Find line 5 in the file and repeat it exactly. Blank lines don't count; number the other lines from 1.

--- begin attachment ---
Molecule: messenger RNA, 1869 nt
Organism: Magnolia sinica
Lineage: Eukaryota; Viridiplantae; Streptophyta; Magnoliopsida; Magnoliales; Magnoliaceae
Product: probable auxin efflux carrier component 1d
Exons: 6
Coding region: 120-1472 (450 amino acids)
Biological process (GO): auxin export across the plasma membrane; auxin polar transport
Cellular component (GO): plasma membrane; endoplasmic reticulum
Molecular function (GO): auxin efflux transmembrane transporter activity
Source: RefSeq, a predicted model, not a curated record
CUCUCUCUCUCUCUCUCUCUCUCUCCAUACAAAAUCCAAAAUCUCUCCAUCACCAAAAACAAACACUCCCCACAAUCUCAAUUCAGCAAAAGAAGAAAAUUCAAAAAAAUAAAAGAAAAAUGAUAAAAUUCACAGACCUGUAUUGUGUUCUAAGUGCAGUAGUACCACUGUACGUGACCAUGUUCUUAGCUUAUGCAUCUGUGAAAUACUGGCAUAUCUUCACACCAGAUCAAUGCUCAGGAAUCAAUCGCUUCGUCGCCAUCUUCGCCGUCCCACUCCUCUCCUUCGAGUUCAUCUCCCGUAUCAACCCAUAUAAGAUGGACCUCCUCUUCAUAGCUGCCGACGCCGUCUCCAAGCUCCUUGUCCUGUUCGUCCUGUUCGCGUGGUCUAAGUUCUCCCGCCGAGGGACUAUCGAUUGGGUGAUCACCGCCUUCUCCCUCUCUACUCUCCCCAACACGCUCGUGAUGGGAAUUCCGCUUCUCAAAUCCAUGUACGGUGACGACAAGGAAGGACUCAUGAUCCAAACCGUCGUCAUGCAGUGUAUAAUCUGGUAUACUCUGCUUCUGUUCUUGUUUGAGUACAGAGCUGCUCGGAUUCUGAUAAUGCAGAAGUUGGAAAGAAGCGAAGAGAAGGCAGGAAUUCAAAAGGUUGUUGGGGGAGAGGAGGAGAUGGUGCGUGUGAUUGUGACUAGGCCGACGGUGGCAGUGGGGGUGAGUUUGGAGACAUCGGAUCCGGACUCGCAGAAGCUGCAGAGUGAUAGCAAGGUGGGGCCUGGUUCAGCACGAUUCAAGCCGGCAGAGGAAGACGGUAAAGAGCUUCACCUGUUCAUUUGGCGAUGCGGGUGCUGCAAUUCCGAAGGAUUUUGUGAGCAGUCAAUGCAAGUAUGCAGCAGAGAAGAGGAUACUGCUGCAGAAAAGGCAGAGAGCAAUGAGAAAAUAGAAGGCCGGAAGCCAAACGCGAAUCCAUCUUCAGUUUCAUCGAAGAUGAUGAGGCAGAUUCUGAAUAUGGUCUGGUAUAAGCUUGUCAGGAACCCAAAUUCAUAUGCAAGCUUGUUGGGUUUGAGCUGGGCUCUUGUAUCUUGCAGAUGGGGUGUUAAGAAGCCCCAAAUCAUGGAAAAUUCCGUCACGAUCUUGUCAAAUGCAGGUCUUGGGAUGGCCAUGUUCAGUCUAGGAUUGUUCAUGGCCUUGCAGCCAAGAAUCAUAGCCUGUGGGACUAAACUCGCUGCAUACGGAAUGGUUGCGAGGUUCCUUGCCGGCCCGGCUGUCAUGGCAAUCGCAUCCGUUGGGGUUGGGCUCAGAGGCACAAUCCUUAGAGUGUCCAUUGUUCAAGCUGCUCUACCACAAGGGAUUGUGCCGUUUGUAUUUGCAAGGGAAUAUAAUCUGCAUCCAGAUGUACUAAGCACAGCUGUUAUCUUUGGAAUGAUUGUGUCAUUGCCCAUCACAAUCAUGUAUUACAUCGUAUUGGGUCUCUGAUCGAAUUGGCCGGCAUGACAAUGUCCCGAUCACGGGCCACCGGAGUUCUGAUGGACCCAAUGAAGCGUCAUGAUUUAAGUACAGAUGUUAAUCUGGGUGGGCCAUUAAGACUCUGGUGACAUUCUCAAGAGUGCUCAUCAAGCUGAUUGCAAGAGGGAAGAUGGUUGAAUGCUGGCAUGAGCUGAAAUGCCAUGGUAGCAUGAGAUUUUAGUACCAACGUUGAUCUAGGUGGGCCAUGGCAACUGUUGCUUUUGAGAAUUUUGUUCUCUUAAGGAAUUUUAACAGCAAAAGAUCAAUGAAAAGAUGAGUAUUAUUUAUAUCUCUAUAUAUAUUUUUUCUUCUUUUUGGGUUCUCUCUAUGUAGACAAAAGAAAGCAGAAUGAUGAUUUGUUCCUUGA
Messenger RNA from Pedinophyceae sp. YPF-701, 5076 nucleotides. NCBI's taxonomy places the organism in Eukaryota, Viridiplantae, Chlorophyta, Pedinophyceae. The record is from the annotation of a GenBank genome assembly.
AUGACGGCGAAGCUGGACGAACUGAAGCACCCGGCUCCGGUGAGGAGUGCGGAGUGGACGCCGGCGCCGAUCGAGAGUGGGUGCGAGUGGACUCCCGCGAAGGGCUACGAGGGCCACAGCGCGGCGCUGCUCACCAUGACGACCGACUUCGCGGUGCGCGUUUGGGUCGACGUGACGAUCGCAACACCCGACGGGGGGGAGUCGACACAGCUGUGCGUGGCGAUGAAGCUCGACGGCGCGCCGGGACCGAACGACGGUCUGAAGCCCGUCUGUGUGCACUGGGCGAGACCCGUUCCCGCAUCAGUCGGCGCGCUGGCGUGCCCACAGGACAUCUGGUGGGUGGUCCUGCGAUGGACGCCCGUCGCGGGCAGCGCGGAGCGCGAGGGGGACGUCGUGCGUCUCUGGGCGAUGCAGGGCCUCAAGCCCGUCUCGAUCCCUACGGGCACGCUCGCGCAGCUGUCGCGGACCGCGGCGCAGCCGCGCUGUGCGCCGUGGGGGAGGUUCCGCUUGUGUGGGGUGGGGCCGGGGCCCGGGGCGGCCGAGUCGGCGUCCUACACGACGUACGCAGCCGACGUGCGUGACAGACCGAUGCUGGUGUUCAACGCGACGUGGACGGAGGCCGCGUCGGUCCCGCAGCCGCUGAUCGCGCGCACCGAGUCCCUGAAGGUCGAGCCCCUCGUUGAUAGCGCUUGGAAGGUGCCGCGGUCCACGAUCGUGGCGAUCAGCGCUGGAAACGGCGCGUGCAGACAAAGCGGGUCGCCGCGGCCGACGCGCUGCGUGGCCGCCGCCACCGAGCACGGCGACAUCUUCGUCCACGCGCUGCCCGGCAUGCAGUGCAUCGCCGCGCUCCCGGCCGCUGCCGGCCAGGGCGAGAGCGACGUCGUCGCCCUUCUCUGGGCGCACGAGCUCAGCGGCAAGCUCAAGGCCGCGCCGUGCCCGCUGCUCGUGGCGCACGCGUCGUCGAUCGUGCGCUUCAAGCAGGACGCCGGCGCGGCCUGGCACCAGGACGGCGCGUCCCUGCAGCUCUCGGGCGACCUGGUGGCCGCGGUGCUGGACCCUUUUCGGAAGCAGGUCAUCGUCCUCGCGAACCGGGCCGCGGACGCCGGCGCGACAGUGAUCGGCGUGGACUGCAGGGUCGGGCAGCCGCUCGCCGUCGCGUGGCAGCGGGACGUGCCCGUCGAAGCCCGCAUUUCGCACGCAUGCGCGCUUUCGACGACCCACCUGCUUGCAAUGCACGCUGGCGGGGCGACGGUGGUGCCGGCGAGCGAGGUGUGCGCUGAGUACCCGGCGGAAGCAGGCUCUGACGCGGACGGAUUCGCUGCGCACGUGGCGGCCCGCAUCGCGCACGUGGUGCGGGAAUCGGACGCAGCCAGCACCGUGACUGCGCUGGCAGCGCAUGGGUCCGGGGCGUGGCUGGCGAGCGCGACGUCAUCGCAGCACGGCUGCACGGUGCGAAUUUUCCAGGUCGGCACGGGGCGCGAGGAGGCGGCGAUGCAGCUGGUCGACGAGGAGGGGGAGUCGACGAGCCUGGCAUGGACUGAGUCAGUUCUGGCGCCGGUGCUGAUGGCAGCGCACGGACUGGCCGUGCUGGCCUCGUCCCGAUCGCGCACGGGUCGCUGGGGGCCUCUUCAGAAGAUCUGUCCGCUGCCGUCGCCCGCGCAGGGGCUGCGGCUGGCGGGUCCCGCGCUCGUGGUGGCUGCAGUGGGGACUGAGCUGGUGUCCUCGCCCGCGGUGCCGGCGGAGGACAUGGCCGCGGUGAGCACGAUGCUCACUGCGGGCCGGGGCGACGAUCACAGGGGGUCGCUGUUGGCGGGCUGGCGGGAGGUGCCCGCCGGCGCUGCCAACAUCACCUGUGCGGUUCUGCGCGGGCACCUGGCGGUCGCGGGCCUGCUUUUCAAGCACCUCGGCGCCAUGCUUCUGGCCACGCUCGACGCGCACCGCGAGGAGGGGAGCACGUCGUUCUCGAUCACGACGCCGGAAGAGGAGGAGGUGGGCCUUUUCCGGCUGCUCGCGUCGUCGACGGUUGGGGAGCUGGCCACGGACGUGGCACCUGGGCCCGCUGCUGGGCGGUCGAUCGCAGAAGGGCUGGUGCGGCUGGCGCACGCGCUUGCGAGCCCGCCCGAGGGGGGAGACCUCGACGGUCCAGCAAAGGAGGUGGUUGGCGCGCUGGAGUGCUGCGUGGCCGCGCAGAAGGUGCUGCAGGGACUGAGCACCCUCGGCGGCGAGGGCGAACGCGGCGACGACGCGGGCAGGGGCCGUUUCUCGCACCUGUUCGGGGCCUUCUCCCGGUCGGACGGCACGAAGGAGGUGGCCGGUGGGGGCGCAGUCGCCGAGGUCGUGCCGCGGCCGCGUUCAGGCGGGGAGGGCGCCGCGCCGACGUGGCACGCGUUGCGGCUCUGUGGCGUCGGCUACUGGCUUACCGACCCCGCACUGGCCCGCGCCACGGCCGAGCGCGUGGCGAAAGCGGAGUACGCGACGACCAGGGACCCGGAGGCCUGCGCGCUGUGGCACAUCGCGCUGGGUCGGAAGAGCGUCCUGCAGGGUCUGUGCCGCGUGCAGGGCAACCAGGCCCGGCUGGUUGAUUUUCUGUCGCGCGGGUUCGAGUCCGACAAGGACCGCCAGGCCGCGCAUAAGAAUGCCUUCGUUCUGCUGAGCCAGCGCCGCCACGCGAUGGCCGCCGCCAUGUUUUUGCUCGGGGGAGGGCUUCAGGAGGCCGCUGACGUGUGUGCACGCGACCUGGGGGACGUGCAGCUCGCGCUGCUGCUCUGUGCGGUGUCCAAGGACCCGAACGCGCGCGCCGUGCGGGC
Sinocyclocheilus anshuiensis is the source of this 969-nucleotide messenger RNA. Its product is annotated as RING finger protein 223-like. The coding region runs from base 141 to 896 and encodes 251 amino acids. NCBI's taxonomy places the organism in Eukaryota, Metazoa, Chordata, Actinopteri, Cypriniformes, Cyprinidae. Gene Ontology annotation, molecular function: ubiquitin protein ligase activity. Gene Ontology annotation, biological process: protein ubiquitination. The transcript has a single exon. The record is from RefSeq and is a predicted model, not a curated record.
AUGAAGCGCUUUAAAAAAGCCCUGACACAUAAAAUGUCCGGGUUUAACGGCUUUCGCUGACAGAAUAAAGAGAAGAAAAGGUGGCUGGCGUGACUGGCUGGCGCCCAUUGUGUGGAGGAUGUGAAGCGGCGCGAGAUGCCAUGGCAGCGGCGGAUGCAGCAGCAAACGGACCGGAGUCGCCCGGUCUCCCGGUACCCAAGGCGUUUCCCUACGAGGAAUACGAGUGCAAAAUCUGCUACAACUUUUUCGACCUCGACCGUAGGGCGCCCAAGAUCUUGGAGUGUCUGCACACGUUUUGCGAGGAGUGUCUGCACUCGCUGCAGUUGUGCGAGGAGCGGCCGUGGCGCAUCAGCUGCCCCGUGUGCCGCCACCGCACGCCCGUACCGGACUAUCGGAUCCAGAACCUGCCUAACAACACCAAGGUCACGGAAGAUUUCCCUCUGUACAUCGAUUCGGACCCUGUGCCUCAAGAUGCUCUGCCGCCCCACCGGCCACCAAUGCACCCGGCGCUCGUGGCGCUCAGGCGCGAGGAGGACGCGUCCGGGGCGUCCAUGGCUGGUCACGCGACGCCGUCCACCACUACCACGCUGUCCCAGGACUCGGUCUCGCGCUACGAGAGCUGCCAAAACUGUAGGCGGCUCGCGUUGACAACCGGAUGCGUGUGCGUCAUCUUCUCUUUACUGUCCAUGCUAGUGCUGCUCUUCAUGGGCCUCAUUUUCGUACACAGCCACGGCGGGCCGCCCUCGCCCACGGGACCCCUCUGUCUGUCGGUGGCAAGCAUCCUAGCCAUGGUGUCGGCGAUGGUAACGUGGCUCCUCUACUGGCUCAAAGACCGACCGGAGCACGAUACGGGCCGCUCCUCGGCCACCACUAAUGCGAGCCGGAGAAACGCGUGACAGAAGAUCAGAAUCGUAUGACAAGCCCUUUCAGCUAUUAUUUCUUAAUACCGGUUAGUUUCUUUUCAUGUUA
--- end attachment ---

Exons: 6